Undergraduate Experiences in Freshman Research Initiative Deliver Lasting Benefits
A new study finds that the Freshman Research Initiative (FRI) experience translates to higher earnings for participants later on.
Each year, the American Junior Academy of Science invites the nation's top pre-college researchers to tour a premiere university's campus and meet with the people there who are doing cutting-edge research in scientific labs every day. This year, dozens of high-school scientists-in-training took their tours at The University of Texas at Austin, where they met researchers different from whom they might have expected.
Here, many of the pioneering researchers are only a year or two out of high school themselves.
The recent tours occurred in Freshman Research Initiative laboratories—dedicated spaces where first- and second-year students conduct research alongside more seasoned scientists to explore real-world scientific questions. The university's FRI program has won multiple higher-education awards and received dozens of mentions in peer-reviewed papers about how to make STEM education more effective for students. The latest study focused on FRI, published in today's edition of CBE – Life Science Education, finds that the FRI experience translates to higher earnings for its participants.
"For every $1 that the university invests in FRI instead of alternative lab courses, students receive a return of more than $4 in earning potential in their first year out of college," said Stacia Rodenbusch, director of the Freshman Research Initiative and one of the authors on the new paper. "That's 19 percent greater earnings than their peers in the first year after graduation and 16 percent greater earnings over their lifetime."
To reach these conclusions, Rodenbusch and the other authors applied a method known as benefit-cost analysis to available data about the FRI. Upfront, FRI costs the university about $1,000 more than a traditional lab course for each student served. However, the new study looked at likely earnings for these students, within the context of earlier research that carefully matched FRI participants with peers; that study found students in the Freshman Research Initiative were half as likely to drop out of college compared to their peers and significantly more likely to obtain a STEM degree specifically. Both graduating from a university and earning a degree in the sciences are correlated with higher earnings.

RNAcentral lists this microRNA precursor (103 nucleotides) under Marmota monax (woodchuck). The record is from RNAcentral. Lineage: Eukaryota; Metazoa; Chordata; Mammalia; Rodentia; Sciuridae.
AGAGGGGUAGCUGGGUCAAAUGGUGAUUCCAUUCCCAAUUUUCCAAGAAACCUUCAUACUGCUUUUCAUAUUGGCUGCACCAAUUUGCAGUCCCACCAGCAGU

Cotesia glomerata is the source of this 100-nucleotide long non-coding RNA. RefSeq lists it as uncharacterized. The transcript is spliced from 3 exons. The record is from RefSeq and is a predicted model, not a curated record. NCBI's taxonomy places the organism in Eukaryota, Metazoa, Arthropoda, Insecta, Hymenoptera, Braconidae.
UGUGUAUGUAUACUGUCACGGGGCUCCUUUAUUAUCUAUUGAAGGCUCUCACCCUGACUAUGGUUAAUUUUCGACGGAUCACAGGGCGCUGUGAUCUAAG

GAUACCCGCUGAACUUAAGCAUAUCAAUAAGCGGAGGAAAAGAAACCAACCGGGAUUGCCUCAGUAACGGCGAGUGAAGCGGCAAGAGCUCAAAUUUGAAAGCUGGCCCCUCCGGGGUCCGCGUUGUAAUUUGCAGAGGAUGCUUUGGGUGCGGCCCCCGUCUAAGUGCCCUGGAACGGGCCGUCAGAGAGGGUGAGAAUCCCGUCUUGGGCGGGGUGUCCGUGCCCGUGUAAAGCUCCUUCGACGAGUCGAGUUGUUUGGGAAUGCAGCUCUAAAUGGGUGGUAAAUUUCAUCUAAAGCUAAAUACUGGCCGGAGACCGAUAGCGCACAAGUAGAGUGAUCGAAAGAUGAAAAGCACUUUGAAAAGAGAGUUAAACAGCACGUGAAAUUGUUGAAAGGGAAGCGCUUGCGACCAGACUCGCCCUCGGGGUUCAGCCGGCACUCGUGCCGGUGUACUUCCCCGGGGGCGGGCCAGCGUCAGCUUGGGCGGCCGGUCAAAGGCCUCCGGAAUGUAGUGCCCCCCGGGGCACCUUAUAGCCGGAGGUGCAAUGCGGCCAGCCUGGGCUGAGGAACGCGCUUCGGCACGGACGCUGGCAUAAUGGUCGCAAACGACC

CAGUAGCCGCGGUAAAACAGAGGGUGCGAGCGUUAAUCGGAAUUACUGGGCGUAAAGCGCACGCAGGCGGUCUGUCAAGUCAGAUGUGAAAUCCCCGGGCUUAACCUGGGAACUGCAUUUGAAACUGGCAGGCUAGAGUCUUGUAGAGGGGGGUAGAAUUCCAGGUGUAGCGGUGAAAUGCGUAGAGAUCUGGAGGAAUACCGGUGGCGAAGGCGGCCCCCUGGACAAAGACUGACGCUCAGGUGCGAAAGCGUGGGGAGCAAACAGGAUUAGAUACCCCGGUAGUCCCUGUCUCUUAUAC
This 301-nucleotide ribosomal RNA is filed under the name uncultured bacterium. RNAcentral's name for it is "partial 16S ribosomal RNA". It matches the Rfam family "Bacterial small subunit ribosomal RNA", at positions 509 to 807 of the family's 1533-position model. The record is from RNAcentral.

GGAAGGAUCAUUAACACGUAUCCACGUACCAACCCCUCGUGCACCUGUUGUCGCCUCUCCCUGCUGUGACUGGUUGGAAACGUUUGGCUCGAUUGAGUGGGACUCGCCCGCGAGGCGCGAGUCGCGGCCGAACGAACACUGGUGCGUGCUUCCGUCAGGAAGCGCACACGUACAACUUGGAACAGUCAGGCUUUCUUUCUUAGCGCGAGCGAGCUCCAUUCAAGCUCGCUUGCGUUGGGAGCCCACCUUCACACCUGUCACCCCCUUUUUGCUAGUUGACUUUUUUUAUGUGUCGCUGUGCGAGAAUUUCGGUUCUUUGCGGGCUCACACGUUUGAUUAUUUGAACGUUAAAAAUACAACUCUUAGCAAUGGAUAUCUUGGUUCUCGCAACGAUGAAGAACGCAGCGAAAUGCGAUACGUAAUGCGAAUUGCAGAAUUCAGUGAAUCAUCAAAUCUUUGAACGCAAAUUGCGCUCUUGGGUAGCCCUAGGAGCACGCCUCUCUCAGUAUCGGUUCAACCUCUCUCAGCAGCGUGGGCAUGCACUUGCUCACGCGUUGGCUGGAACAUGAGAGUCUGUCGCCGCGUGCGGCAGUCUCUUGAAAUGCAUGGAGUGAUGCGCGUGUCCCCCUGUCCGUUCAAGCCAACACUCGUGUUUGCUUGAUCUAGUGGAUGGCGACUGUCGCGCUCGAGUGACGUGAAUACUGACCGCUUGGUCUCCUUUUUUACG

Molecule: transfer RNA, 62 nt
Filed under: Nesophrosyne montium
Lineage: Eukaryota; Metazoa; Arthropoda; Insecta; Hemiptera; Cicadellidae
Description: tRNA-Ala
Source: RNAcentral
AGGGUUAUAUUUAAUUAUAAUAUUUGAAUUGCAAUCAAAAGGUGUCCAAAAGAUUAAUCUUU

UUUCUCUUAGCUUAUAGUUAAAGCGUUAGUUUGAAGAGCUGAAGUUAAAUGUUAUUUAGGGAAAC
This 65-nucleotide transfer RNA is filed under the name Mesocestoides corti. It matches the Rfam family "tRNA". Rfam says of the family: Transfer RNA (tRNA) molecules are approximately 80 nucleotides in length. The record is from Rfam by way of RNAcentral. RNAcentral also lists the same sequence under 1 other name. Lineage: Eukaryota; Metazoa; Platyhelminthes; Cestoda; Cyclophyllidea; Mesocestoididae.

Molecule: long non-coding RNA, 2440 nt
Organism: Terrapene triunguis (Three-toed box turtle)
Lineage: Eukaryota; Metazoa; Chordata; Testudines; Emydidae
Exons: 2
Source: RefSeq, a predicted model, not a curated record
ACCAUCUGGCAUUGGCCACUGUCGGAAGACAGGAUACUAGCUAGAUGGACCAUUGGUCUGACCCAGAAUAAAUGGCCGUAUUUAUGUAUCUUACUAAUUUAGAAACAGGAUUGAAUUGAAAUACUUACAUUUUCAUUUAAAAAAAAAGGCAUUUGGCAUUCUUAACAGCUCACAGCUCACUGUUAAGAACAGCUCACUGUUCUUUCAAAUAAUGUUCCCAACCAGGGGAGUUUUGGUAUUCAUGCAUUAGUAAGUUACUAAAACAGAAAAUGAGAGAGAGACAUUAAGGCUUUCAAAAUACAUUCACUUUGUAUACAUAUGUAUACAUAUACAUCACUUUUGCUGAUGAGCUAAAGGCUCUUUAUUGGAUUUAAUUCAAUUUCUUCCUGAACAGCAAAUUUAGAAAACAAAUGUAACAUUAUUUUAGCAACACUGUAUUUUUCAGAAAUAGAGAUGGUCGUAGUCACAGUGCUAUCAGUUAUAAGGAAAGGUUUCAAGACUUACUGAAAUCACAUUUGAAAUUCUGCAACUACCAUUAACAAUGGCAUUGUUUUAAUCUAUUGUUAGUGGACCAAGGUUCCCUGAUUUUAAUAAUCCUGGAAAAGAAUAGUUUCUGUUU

For years, participating in early undergraduate research experiences has been considered a critical strategy for helping students persist in science, which has higher drop-out rates than many other majors. A 2013 paper in the journal Science suggested early research, of the type that happens in the FRI, is as important for effective STEM education as having active learning in the classroom and supportive learning communities for students. Yet no other University offers early undergraduate research at the scale and with the variety that UT Austin does.
The College of Natural Sciences, following recommendations for action set in its strategic plan five years ago, has managed to expand FRI by more than 40 percent since 2013. FRI now includes 30 unique, faculty-led research streams in which more than 1,000 student researchers conduct experiments and explore questions in chemistry, physics, the life sciences, computer science and math. Over the years, students in the program have contributed to more than 200 papers in scientific journals spanning a wide variety of research topics.
"This model enables undergraduates to be productive contributors to new knowledge and scientific discovery at the earliest levels of the undergraduate experience," said Eman Ghanem, a former research educator in FRI, now with the scientific research society Sigma Xi. Ghanem was first author on another peer-reviewed paper about FRI published at the end of last year in the Journal of Chemical Education, which argues more universities can adopt FRI-like models for early chemistry courses.
Rodenbusch hears regularly from other institutions that would like to implement programs similar to FRI. She hopes that papers like the two recent ones provide a resource to help STEM educators make the case to stakeholders in their communities for investing in FRI.
Meanwhile, efforts to expand FRI to serve all the students who are interested in the experience at UT Austin continue. Two critical elements for reducing the waiting list for the program, Rodenbusch believes, are finding faculty who have creative ideas for putting early researchers to work and partnering with supportive donors in supporting the initiative.
"We're getting more and more efficient every year and that opens the possibility of expansion further and further," Rodenbusch said. "That matters because there are exponential impacts, above and beyond what you would expect even from a direct student scholarship. As our new paper shows: we're talking more dollars in the pockets of our students when we invest in a program like this."